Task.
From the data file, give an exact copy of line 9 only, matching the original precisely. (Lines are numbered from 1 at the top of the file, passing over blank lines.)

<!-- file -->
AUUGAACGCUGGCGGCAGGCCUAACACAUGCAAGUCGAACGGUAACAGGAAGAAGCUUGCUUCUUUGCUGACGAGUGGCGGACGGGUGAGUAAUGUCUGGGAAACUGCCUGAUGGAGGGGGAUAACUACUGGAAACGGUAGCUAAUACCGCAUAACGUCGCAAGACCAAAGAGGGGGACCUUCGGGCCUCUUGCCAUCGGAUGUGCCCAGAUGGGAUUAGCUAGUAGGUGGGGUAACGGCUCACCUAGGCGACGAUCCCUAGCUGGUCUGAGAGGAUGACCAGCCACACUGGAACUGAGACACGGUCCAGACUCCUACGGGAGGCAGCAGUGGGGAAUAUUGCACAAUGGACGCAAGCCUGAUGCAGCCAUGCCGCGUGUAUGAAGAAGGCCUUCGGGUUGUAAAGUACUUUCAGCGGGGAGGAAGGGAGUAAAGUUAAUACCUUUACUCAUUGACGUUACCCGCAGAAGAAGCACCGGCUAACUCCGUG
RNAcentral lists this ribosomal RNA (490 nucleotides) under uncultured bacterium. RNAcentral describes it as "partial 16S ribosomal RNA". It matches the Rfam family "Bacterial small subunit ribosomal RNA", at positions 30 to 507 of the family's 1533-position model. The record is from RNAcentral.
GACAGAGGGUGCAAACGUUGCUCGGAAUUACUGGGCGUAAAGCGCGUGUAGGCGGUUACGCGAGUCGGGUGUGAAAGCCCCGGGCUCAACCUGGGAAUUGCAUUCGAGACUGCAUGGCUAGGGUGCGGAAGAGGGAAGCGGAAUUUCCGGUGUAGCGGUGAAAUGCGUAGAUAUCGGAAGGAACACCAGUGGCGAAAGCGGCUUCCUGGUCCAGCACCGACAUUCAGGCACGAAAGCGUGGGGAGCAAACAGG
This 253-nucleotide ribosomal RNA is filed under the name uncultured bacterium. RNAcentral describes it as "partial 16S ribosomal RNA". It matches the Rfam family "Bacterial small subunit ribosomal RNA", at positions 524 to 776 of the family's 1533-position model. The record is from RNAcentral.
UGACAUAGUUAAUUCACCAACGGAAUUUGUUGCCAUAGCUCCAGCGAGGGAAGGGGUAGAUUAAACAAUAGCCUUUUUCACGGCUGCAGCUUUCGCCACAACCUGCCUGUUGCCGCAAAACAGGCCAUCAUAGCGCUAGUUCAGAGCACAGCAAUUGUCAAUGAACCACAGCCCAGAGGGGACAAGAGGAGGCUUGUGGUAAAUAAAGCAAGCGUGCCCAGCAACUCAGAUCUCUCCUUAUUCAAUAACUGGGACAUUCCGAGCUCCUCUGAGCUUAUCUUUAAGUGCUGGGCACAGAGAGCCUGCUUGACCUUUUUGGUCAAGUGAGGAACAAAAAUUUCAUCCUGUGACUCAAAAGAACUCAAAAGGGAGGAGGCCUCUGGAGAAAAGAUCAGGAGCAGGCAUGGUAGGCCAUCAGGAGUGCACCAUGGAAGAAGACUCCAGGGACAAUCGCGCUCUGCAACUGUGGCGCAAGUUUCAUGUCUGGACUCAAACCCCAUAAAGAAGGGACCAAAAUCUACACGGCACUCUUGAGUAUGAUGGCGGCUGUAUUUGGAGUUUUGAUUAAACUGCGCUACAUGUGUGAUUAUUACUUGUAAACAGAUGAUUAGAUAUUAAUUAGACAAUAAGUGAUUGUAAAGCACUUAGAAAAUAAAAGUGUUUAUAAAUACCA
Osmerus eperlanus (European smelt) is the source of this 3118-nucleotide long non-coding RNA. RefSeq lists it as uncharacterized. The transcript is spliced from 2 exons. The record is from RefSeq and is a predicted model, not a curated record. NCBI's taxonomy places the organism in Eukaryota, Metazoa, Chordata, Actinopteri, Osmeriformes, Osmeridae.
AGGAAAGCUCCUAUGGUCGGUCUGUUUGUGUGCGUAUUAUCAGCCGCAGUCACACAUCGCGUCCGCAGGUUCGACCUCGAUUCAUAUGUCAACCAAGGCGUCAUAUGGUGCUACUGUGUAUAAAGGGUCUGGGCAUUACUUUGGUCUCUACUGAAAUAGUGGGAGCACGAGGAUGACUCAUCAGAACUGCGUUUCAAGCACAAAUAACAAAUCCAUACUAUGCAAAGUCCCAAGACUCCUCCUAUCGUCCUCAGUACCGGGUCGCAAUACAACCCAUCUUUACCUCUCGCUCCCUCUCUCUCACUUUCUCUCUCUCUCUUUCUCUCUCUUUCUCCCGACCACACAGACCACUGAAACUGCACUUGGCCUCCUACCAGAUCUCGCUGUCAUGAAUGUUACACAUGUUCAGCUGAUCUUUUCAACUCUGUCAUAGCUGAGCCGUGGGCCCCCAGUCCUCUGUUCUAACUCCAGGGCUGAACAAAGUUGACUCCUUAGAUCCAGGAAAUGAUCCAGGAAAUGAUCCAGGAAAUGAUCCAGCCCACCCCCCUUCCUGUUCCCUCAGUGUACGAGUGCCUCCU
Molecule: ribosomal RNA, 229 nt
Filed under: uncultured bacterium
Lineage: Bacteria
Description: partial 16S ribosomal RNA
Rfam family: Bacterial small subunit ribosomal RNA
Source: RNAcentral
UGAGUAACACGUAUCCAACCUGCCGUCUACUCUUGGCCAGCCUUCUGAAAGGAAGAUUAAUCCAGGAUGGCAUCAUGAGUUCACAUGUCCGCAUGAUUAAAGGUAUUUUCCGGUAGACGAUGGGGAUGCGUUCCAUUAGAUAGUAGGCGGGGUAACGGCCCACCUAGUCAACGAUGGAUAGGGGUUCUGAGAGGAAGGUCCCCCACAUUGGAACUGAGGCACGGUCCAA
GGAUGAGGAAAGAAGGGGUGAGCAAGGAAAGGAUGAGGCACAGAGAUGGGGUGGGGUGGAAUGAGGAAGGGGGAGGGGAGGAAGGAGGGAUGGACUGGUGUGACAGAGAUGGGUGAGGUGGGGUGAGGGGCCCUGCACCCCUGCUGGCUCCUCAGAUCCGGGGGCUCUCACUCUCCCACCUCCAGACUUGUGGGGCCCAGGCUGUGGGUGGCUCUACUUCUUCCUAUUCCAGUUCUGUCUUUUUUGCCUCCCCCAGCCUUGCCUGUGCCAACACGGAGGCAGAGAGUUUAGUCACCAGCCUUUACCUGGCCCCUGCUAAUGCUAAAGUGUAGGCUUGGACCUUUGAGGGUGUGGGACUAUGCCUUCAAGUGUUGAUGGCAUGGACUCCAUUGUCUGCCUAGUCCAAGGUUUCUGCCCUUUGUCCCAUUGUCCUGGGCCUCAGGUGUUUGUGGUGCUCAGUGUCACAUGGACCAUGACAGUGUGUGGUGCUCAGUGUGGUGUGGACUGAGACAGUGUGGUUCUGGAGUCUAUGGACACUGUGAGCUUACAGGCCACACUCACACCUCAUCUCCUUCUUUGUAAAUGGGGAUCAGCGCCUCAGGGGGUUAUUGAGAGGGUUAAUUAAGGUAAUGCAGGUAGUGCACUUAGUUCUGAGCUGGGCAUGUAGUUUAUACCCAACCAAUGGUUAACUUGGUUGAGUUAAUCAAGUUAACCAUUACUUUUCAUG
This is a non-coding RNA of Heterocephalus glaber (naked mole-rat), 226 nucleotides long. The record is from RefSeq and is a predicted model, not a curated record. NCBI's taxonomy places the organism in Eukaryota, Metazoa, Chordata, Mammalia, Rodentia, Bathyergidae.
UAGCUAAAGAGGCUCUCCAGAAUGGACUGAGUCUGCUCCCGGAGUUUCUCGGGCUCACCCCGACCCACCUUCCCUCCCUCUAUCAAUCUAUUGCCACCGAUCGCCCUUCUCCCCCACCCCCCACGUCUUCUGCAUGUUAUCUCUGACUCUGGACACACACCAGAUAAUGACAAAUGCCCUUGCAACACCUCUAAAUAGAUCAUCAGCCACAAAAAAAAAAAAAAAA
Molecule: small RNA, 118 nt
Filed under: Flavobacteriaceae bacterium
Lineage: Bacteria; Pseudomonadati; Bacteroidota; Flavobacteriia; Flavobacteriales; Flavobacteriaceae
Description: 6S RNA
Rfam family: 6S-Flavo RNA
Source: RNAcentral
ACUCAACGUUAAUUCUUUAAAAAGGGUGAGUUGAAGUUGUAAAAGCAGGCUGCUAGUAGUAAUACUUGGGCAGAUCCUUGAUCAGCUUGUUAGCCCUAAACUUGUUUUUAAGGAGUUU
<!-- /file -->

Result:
Filed under: uncultured bacterium